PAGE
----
Ripples and not Rings in the Disk of the Milky Way: Galaxy’s Structure

corrugated_milkyway

As per the latest astronomical research, the galactic disk is molded into many concentric ripples, which makes our Milk Way more than 50% larger than currently estimated. According to the study led by Professor Heidi Jo Newberg at Rensselaer Polytechnic Institute, there exists a circle of stars which is protruding towards to the outside of the Milky Way. The conclusion has been drawn by re-visiting the data that was gathered from the Sloan Digital Sky Survey three years ago.

Initially it was thought that the Milky Way disk is flat however, now it is believed to be corrugated, added Professor Newberg. As the disc moves outward from the sun, the space scientists observed four ripples in the galactic disk and they assume that the pattern could be found all through the disk.

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Yan Xu, space scientist at the National Astronomical Observatories, China said that the findings prove that features, which were initially thought to be rings, are not so rather are a part of the galactic disk. The discovery has also altered the assumed width of the Milky Way from 100,000 light years to 150,000 light years.

rippling_contour_milkyway_2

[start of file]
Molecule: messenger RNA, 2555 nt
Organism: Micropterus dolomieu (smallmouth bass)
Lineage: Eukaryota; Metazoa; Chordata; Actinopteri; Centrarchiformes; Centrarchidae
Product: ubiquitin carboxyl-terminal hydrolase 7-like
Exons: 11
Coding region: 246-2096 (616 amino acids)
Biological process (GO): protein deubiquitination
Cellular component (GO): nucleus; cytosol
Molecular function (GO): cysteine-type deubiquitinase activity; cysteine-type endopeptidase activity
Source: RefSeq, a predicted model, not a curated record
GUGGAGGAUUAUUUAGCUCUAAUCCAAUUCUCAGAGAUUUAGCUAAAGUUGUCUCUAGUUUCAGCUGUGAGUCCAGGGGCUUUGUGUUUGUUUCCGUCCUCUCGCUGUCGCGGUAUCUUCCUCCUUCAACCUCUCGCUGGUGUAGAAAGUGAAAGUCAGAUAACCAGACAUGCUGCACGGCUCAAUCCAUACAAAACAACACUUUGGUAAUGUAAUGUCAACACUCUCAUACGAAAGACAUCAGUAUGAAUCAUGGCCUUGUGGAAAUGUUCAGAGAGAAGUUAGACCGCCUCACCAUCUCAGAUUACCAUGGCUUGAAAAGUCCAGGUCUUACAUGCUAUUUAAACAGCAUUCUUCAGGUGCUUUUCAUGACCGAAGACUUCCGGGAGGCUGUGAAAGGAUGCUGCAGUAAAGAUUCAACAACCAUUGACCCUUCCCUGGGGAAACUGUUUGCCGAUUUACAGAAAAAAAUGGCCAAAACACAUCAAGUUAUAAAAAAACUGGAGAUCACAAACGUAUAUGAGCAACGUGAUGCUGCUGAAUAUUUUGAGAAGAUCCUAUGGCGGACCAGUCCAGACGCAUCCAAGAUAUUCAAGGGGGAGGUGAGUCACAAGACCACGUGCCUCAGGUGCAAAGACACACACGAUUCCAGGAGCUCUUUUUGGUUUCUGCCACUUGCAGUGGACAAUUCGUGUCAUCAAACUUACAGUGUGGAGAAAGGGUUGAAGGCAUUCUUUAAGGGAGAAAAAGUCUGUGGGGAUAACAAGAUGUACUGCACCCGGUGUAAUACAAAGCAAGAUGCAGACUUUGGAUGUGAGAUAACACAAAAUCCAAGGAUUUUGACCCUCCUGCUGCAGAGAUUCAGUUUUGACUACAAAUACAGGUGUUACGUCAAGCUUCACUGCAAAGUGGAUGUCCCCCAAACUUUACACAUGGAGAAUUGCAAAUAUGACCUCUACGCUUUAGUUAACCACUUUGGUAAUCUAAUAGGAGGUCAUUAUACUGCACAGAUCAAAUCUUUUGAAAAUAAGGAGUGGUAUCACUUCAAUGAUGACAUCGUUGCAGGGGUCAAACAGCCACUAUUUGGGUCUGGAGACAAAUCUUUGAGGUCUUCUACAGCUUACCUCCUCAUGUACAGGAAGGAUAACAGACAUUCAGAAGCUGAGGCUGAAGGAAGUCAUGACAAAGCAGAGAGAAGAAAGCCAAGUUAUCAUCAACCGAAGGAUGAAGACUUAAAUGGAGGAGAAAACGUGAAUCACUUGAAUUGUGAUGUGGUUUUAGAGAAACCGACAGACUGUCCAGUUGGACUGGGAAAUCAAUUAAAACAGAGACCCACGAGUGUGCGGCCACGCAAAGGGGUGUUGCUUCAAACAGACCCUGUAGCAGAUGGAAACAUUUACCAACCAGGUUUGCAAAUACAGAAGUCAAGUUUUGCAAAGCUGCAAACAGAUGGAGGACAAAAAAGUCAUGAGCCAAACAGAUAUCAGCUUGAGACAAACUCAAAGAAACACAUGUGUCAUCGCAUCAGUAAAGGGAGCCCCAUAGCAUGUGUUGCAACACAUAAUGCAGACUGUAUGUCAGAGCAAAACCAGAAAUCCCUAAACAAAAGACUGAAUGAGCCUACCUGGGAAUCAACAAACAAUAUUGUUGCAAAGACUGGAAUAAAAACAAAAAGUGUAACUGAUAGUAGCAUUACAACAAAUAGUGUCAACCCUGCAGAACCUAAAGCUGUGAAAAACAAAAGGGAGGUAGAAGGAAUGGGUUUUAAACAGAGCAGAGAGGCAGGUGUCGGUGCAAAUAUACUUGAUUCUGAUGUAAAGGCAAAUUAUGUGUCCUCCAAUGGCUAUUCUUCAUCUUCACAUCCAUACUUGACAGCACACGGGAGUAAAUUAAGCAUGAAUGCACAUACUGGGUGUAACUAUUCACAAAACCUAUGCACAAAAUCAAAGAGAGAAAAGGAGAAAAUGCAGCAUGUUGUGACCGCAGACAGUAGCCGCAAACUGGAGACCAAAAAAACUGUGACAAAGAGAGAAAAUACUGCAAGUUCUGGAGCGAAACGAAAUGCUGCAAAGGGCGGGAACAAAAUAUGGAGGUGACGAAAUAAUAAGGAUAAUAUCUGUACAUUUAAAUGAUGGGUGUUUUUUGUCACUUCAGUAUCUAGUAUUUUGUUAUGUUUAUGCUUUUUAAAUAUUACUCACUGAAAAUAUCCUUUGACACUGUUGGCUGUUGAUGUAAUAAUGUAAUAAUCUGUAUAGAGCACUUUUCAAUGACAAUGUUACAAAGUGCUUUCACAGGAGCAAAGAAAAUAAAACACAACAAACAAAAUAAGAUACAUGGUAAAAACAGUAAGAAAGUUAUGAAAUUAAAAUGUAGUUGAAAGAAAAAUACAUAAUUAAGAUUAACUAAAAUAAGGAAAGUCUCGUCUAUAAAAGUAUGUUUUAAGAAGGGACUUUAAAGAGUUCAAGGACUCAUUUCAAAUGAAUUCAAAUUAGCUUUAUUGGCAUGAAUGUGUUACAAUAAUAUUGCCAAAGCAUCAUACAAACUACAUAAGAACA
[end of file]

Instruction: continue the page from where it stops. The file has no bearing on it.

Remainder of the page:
Astronomers have always observed the diminishing of Milky Way stars nearly 50,000 light years from the center of the galaxy and then there happened to be a presence of a bulging ring of stars at nearly 60,000 light years from the center. Nevertheless, with the current finding, the researchers concluded that it was the effect of a ripple in the disk and not appearance of the ring.

Source: [Discovery] [Phys.org]

About Pooja Kashyap

A CPD certified Fitness Trainer, Pooja also likes to spend time reading and blogging the latest research and discoveries in science and how technology is shaping the world. Besides writing, she enjoys reviewing books and taking interviews of creative/innovative people. Currently, she is located in Noida, India, where she actively participates in marathons as well. She is also on Quora l Twitter and LinkedIn.